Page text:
Archived Sections, Lutherans in the Twin Cities

Seminary classes for the rest of us

Year-old Faith in the City initiative provides them

A half century ago the then-prominent theologian and churchman J.B. Phillips wrote a seminal volume titled Your God is Too Small. Now a Twin Cities ministry initiative is telling local Lutherans the same may be true of their ministry-in-daily-life vision.
One of the advocates for “Seminary of the Streets,” now entering its second year of operation, put it directly. Said Mark Johnson, a lay ELCA churchman from Excelsior, “I think people live in a bubble — and don’t want to.” Johnson, a member of Mount Calvary Lutheran (ELCA) in Excelsior, helped launch Seminary of the Streets, an initiative of Twin Cities-based Faith in the City.
Along with Johnson, key players in getting Seminary of the Streets launched have included the Rev. Kelly Chatman, pastor of Redeemer Lutheran Church in north Minneapolis, and the Rev. David Wangaard, until recently on the Minneapolis Area Synod staff.
Deb Hutterer is executive director of Faith in the City, a ministry consortium supported by Augsburg College (where her office is located), Fairview Hospitals, Lutheran Social Service of Minnesota, Luther Seminary, and Thrivent Financial for Lutherans. The bishops of the two Twin Cities ELCA synods sit on the advisory board of the group.

Deb Hutterer

Helping non-theologically-trained Lutherans discover what it means to be serious disciples in realistic and practical ways can help get them “out of the bubble” where they sometimes too narrowly see their world.

Says Hutterer, “A key intention of Seminary of the Streets is to promote missional curiosity.” Helping non-theologically-trained Lutherans discover what it means to be serious disciples in realistic and practical ways can, she is convinced, help get them “out of the bubble” where they sometimes too narrowly see their world — and their opportunity to make a godly impact.
Few of the 221,000 Lutherans in the ELCA’s Minneapolis Area Synod will ever set foot on a seminary campus, much less enroll in courses there. Nevertheless, Seminary of the Streets offers an opportunity for people in the pews to learn — and get serious about — mission where the rubber hits the road.

Understanding community

The program is entering its second year in September. Hutterer says last year’s launch had her thinking small. “Honestly, I had hoped we could get five participants in a class. We ended up averaging 35 to 40 in each. We thought that was wildly successful.” Overall, more than 500 people participated at least once during the first class year.
Last year’s textbook for a series of eight once-a-month classes was the New Testament Book of Acts. The offerings were held in a variety of locations around Minneapolis, mostly in local church buildings. A field trip took participants to Concordia University, St. Paul. “We actually crossed the Mississippi River for that one,” Hutterer said with a laugh.
Faculty members were drawn from the Minneapolis Area Synod office staff, Luther Seminary, and Augsburg College, as well as including individuals with special expertise and who are serving Minneapolis congregations. The titles of some of last year’s classes indicate the wide spectrum of topics covered: “The Purpose of the Church in the World”; “Who is Living on the Streets?”; “Mapping Metro Disparities”; “Our Missional Imperative” (concerning immigration); “The Issue of Race”; “Homelessness.”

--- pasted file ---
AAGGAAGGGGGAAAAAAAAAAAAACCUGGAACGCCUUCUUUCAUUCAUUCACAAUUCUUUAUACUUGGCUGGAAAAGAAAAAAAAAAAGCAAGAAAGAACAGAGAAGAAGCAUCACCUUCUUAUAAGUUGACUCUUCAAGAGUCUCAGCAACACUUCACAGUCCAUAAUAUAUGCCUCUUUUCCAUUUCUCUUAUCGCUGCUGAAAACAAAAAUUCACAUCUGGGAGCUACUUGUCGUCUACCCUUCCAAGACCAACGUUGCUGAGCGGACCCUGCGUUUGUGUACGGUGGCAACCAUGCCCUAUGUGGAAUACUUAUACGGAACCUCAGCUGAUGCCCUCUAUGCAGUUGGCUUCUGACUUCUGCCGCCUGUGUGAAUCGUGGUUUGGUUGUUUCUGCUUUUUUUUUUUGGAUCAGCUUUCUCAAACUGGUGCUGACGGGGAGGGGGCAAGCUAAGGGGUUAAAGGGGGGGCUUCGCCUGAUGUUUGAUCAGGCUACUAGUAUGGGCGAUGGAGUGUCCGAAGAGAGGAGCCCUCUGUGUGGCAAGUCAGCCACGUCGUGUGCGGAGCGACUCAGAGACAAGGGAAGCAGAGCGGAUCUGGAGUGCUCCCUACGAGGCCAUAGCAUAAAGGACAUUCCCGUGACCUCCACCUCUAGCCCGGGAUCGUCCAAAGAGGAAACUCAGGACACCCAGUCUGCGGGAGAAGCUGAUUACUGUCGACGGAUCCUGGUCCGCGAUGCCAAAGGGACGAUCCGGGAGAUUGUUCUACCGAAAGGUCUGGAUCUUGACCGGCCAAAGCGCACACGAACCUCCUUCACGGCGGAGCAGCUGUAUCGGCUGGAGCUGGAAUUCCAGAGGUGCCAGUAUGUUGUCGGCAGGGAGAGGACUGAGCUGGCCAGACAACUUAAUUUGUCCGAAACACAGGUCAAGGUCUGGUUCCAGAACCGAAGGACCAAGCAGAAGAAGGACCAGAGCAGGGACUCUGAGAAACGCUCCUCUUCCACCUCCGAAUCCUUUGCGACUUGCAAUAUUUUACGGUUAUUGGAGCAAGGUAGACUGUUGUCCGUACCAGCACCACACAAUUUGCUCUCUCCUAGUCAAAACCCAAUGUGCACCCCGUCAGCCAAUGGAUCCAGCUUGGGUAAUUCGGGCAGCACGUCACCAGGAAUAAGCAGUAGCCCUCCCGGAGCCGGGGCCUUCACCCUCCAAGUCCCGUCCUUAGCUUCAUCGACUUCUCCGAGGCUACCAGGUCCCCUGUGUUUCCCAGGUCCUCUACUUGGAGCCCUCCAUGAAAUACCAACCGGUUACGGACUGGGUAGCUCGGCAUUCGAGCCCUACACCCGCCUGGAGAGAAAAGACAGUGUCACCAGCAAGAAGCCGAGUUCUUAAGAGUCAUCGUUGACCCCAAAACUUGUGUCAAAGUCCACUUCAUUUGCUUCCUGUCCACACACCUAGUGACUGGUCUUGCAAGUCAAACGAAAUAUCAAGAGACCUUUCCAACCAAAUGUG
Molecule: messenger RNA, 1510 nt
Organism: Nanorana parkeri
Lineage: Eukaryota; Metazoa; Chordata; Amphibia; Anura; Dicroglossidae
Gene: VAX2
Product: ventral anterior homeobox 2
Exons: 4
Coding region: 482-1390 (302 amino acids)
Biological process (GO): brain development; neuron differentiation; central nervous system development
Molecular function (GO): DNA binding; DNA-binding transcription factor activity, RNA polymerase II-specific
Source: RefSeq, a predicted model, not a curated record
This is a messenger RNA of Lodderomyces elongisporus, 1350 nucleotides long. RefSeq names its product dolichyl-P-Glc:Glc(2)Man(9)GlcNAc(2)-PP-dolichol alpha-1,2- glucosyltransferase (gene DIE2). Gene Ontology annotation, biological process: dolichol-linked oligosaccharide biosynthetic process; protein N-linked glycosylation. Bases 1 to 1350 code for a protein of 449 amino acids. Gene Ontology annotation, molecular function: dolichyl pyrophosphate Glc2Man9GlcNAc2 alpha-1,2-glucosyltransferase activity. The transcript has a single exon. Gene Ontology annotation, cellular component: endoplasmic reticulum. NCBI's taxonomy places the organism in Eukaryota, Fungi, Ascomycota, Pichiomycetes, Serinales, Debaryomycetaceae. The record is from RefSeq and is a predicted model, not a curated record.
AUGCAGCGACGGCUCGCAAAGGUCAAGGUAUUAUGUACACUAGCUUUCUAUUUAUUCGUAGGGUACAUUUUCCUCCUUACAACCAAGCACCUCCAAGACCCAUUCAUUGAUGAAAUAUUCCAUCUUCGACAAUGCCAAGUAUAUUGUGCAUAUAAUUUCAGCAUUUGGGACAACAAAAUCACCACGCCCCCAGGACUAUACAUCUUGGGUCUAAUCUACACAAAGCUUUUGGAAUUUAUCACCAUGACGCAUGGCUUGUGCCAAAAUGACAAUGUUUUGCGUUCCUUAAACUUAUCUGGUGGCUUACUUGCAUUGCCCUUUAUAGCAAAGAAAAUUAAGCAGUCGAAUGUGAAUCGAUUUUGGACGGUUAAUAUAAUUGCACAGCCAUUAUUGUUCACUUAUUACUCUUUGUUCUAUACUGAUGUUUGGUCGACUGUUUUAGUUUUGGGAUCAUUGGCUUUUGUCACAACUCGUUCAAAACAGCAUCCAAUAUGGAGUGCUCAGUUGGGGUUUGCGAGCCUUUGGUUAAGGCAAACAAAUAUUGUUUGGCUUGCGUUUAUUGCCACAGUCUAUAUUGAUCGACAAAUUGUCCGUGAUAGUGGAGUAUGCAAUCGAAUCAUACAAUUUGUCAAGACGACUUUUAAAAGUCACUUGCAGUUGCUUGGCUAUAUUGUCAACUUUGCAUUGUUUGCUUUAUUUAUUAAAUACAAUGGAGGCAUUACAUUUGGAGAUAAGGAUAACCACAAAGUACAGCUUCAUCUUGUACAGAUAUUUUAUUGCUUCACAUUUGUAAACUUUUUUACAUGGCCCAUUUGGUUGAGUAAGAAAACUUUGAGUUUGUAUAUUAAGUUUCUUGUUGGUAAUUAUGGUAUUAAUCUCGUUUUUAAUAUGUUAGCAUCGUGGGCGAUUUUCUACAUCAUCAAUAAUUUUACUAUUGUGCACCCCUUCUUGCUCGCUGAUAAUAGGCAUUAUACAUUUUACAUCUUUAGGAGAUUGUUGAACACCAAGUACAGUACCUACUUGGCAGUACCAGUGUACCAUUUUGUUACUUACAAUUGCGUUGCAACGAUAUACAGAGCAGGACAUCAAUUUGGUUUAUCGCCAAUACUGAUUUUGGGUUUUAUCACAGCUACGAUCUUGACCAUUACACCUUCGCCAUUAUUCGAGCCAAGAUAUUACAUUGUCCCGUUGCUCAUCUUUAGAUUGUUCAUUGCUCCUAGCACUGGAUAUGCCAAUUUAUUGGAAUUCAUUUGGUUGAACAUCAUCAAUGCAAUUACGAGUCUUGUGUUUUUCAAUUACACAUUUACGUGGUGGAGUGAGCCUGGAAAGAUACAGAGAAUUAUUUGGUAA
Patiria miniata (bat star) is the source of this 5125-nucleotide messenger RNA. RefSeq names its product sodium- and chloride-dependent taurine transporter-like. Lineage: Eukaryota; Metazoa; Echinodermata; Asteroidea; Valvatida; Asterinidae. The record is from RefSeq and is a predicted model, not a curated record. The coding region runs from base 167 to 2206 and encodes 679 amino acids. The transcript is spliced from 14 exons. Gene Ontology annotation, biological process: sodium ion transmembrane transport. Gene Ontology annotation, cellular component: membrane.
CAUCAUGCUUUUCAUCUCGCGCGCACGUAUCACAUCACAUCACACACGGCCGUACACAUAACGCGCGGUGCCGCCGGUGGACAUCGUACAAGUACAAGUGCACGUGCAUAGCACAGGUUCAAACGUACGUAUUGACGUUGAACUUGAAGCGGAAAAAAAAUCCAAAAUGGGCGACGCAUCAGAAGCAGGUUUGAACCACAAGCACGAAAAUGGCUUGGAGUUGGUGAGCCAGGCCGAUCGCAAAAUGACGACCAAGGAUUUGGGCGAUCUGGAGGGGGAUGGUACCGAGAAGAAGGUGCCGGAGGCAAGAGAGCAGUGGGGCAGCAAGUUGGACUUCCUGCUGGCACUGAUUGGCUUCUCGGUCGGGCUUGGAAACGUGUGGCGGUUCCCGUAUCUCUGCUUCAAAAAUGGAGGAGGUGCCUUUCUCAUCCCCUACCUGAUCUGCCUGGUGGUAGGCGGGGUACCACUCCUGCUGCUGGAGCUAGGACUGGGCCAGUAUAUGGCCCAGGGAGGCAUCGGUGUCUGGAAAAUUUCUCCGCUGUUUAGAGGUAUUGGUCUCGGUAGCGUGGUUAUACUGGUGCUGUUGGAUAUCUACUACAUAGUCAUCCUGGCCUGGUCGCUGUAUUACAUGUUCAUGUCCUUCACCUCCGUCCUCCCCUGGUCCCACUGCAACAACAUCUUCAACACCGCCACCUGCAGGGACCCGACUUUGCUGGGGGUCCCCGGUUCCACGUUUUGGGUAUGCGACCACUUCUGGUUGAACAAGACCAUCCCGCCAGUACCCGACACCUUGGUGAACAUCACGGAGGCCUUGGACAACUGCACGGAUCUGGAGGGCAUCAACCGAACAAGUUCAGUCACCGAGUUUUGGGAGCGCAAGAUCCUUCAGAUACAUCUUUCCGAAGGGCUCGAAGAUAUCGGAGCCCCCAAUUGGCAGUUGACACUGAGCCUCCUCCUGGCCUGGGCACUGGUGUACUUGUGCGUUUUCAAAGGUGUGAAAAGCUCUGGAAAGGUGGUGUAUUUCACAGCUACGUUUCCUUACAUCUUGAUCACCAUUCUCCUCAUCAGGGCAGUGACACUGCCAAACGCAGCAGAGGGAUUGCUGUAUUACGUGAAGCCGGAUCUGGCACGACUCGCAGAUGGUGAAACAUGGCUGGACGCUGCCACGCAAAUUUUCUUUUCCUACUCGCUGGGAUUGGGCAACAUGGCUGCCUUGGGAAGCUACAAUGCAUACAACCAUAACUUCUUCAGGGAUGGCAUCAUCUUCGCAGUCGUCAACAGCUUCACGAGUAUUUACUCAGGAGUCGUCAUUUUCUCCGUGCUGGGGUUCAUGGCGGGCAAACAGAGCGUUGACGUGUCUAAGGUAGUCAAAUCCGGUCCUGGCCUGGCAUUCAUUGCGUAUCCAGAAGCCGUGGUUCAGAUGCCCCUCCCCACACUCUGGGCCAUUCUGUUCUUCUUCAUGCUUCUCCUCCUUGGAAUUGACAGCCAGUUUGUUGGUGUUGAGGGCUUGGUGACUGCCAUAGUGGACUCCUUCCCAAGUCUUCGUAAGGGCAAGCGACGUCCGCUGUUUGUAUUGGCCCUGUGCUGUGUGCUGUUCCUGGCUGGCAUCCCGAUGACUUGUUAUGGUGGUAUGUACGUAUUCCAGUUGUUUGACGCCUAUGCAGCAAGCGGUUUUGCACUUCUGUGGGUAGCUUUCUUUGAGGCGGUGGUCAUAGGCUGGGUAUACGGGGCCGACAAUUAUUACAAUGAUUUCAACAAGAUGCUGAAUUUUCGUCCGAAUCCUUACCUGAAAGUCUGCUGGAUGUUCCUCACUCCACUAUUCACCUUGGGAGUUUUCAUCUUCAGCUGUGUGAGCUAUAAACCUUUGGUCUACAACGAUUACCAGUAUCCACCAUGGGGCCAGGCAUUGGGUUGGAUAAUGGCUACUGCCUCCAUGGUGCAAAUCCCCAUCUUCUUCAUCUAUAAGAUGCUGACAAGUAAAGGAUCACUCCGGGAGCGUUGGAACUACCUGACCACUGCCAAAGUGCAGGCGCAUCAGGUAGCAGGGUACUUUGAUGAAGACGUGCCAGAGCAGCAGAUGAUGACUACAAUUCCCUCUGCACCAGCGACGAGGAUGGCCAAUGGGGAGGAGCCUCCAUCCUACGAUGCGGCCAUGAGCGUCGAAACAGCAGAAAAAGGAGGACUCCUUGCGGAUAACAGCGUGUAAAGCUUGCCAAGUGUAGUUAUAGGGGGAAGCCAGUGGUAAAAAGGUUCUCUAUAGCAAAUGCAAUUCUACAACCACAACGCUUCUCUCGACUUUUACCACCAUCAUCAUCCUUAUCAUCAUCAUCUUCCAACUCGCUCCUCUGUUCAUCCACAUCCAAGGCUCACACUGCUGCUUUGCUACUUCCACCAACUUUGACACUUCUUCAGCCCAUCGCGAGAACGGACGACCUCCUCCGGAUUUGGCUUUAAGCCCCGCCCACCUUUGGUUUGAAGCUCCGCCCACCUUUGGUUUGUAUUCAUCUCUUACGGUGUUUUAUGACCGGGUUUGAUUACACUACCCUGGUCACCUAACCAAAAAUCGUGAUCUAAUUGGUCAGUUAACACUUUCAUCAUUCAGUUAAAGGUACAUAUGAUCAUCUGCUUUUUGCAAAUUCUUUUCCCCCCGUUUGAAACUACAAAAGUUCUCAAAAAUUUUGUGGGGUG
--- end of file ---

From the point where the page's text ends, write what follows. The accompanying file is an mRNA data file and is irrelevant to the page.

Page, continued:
More than 20 congregations sent participants last year. The mix was gratifying to Hutterer, who was happy to see both urban and suburban churches getting involved.
Mark Johnson, the Excelsior layman who challenged Lutherans to find ways to get outside their bubble, has an entrepreneur’s way of looking at things. Thinking about Seminary of the Streets and its potential, he asked a provocative question (which he then proceeded to answer): Q. “If we were a factory, what would we produce?” A. “A new GPS that assists travelers by providing glimpses of the Kingdom of God among us.”
In a PowerPoint presentation she created for Seminary of the Streets, Hutterer says the program intends to cultivate “courageous discipleship.” She wants to see the age profile of participants expand in the second year to include more in the 18-29 demographic, which would complement the large segment of 50 and older, who are already on board. “Realistically, we know it’s harder for 30-50-year-olds to get involved. They have a more immediate ministry focus: caring for their still-at-home children.”
Seminary of the Streets is off and running for a second year. Topics for the new set of classes were not available as this article went to press. It was clear, however, that the focus on missional curiosity would continue to be an underlying concern. “Some people have [missional curiosity], Hutterer says, “but they don’t know how to step out. A community, like Seminary of the Streets, can help that to happen for them.”
For more information about Seminary of the Streets, call Hutterer at 612/359-6499, or send an e-mail message to

Fall class schedule

Session #2   “Reorienting Sacred Space:  Context, the Arts, and Change”
Date: Thursday, October 13th, supper at 5:15 pm, interactive “class” 6-8 pm
Location: Salem Lutheran at Intermedia Arts, 2822 Lyndale Ave S, Minneapolis
Session #3 “Building the Beloved  Community: A Matter of Race & Grace”
Date: Thursday, November 10th, supper at 5:15 pm, interactive “class” 6-8 pm
Location: Shepherd of the Hills, 500 Blake Rd, Edina

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